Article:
The saga continues.

Image result for time magazine golden rice cover

Jan 22 2020

USDA issues guidance for non-GMO labeling

The USDA has issued a guide for meat and poultry sellers explaining what they need to do to claim that their products are non-GMO.  This, apparently, will do.

What, you may ask, are they to do if their products are GMO?  Here’s your answer.

That USDA is allowing the use of non-GMO rather than non-bioengineered must be considered some kind of miracle or oversight.

AgriPulse says producers want more guidance before trying to comply with whatever the biotech labeling law means.

I can’t wait to see if meat sellers use any of this.

Aug 21 2019

USDA’s People’s Garden evolves: It’s now featuring GM crops.

I’m indebted to Jerry Hagstrom’s Hagstrom Report for this one.

The People’s Garden on the grounds of the Agriculture Department headquarters, intended by the Obama administration to highlight organic food, has been renamed and reconfigured.

It now features a “Voice of the Farmer” exhibit extolling the virtues of genetically modified alfalfa, corn and soybeans.

This is part of a “Trust in Food” initiative organized by Farm Journal magazine in partnership with its Foundation’s coalition of Big Ag companies.

It will be there until October 2020.

Will this encourage the public to have greater trust in food?  I doubt it.

Agriculture Through the Voice of the Farmer: The Farm Journal Foundation’s website
Trust in Food: A Farm Journal Initiative

Jun 12 2019

Bayer defends glyphosate

This is the second full-page ad like this I’ve seen in the New York Times.  This one is from June 4.

As far as I’ve been able to tell, ads like these cost on the order of $85,000 or so.

Bayer, you may recall, bought Monsanto some months ago along with all its baggage (some of which is increasing doubts about the safety of glyphosate for human health).

The ad quotes the EPA as saying that glyphosate is “not likely to be carcinogenic to humans, the agency’s most favorable classification.”

Perhaps, but other agencies—and the courts—come to quite different conclusions.  As the Financial Times explains, Bayer’s

weedkiller woes offer two cautionary tales. The first is the high reputational and financial cost of trying to distort the scientific record. Monsanto’s perceived attempts to game the literature prompted the jury to award punitive damages. Questionable practices allegedly included “ghostwriting” papers: persuading outside academics to put their names to internally written, more flattering research, then publishing in scientific journals.

The second cautionary tale has to do with glyphosate’s induction of weed resistance.

Bayer stocks are not doing well.  Its stockholders are complaining.

Bayer faces more than 13,000 lawsuits over cancers claimed to be caused by glyphosate.

Hence: these ads.

Apr 4 2019

Coming soon to a supermarket near you? GMO salmon

Now that the FDA has approved production of GMO salmon, here they come.  Next month, a land-enclosed fish farm in Indiana will start raising these fish.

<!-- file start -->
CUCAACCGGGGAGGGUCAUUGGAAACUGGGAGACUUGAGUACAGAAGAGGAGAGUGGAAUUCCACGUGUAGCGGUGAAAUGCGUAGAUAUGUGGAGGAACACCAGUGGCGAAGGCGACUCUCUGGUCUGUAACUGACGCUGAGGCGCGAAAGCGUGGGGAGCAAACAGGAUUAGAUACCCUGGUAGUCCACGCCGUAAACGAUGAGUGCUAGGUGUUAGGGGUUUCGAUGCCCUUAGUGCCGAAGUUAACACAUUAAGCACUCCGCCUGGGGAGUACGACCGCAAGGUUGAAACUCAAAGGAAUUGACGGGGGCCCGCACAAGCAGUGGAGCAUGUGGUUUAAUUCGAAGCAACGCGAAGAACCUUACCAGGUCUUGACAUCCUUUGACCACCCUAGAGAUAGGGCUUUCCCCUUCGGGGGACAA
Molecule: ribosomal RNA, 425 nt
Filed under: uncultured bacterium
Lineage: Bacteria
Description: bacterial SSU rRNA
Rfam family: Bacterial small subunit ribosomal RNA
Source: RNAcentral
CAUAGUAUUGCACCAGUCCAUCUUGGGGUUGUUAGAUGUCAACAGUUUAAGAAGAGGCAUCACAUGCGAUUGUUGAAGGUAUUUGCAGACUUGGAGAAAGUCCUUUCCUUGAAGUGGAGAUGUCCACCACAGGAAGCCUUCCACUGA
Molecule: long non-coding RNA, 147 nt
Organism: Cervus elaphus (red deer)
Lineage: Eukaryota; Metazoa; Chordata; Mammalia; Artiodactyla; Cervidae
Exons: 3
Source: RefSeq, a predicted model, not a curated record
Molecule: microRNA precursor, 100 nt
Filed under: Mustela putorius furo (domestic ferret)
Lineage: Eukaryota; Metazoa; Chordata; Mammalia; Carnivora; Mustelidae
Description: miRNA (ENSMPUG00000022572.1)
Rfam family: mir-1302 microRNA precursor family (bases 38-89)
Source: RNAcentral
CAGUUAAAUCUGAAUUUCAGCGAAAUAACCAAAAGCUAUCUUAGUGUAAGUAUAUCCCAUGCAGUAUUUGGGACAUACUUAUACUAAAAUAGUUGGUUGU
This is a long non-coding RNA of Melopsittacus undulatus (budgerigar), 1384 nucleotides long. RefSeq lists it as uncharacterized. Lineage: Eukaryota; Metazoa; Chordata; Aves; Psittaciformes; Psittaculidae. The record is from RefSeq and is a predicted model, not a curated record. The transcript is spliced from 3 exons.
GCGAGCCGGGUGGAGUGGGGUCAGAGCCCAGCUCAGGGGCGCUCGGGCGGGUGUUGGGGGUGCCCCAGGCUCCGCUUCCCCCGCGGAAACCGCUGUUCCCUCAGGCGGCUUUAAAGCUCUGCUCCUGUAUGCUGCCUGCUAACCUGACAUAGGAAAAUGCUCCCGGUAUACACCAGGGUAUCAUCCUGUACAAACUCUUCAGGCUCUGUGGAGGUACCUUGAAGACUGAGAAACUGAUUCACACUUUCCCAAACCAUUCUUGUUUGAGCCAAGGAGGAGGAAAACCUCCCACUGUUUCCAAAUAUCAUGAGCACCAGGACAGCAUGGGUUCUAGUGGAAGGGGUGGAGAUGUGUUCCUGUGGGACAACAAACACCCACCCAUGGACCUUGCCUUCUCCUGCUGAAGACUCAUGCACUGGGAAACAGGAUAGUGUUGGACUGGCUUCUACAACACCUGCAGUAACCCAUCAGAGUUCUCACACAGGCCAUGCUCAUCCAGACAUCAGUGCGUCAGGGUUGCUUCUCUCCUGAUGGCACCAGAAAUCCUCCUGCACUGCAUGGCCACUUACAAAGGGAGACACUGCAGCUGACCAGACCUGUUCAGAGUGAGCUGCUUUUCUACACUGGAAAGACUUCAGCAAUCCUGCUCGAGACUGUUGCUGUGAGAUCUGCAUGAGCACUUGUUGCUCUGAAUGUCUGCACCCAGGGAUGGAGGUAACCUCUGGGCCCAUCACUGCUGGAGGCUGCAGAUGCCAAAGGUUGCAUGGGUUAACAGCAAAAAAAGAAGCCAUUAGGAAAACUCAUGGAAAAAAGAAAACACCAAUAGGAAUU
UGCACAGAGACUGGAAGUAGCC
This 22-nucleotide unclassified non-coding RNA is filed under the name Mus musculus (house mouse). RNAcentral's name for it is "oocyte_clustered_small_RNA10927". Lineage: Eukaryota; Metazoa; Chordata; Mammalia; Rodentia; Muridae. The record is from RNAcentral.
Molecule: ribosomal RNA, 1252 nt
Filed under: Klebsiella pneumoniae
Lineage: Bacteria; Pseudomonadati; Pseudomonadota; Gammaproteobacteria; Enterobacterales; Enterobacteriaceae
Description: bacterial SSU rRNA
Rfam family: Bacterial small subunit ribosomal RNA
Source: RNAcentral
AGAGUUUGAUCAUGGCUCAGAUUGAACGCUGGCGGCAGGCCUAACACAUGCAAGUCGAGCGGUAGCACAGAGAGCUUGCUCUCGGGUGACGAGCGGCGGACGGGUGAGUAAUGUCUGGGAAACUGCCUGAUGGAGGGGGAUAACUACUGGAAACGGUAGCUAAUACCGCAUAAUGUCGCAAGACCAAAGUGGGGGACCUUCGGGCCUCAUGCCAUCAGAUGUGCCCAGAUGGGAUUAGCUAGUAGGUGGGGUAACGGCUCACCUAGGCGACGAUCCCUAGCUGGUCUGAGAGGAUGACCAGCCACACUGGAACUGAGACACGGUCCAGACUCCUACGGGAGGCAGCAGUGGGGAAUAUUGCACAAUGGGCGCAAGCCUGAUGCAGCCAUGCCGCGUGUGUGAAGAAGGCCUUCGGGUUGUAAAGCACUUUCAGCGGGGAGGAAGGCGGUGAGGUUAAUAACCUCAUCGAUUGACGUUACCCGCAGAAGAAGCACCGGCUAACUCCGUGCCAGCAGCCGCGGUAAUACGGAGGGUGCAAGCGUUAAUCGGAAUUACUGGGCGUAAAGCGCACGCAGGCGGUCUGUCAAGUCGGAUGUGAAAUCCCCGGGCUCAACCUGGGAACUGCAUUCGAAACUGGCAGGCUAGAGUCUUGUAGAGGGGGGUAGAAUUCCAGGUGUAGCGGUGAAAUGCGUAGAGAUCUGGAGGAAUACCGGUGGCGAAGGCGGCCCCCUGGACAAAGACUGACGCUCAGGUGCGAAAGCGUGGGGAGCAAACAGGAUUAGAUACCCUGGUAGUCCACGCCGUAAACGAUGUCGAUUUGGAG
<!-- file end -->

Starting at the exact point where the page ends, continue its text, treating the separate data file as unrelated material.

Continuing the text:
These, you will recall, are salmon bioengineered to grow throughout the year.  They end up much bigger than wild salmon.

These have been a long time coming.  As I’ve written previously,

One big question with farmed salmon is what to feed them.  They need sources of color (there’s a dye, asthaxanthin, for that) and of omega-3 fatty acids (other fish?).

Indiana is the leading soybean-producing state.  Maybe these salmon have a handy food source?

Mar 1 2019

Weekend reading: Krimsky’s GMOs Decoded

Nestle M.  Foreword to Sheldon Krimsky.  GMOs Decoded: A Skeptic’s View of Genetically Modified Foods.  MIT Press, 2019.

You might notice that I wrote the Foreword to this book.  Here’s what I said:

GMO’s Decoded is a gift to anyone confused about genetically modified foods.  In this latest addition to Sheldon Krimsky’s prolific output of books about how societies interact with new technologies, he takes on a formidable challenge–to examine the science of GMOs as a basis for dealing with the ferocious politics they incite.  I use “ferocious” advisedly.  Positions about GMOs appear polarized to the point of outright hostility.  Krimsky wants détente.   If we understood the science better, we might be able to achieve more nuanced views of the risks and benefits of GMOs and of the genetic techniques used to create them.

To anyone familiar with Krimsky’s previous and ongoing work, this book may come as a surprise.  Trained in physics and philosophy, Krimsky is a sharp critic of the role of technology in society with particular interests in the ethical implications of genetics and biotechnology and in risk communication.  I have long admired his work for its firm grounding in science and its clear delineation of the ways in which political, cultural, and other societal factors color perceptions of the safety and other risks of new technologies.

In GMO’s Decoded, Krimsky takes a deep dive into the science of food biotechnology on its own, separate from issues related to how the science is used by the companies producing and profiting from GMOs, or is interpreted by proponents, critics, or the general public.  An attempt to discuss the science of GMOs distinct from its politics may appear foolhardy, if not impossible, and Krimsky deserves much praise for taking this on.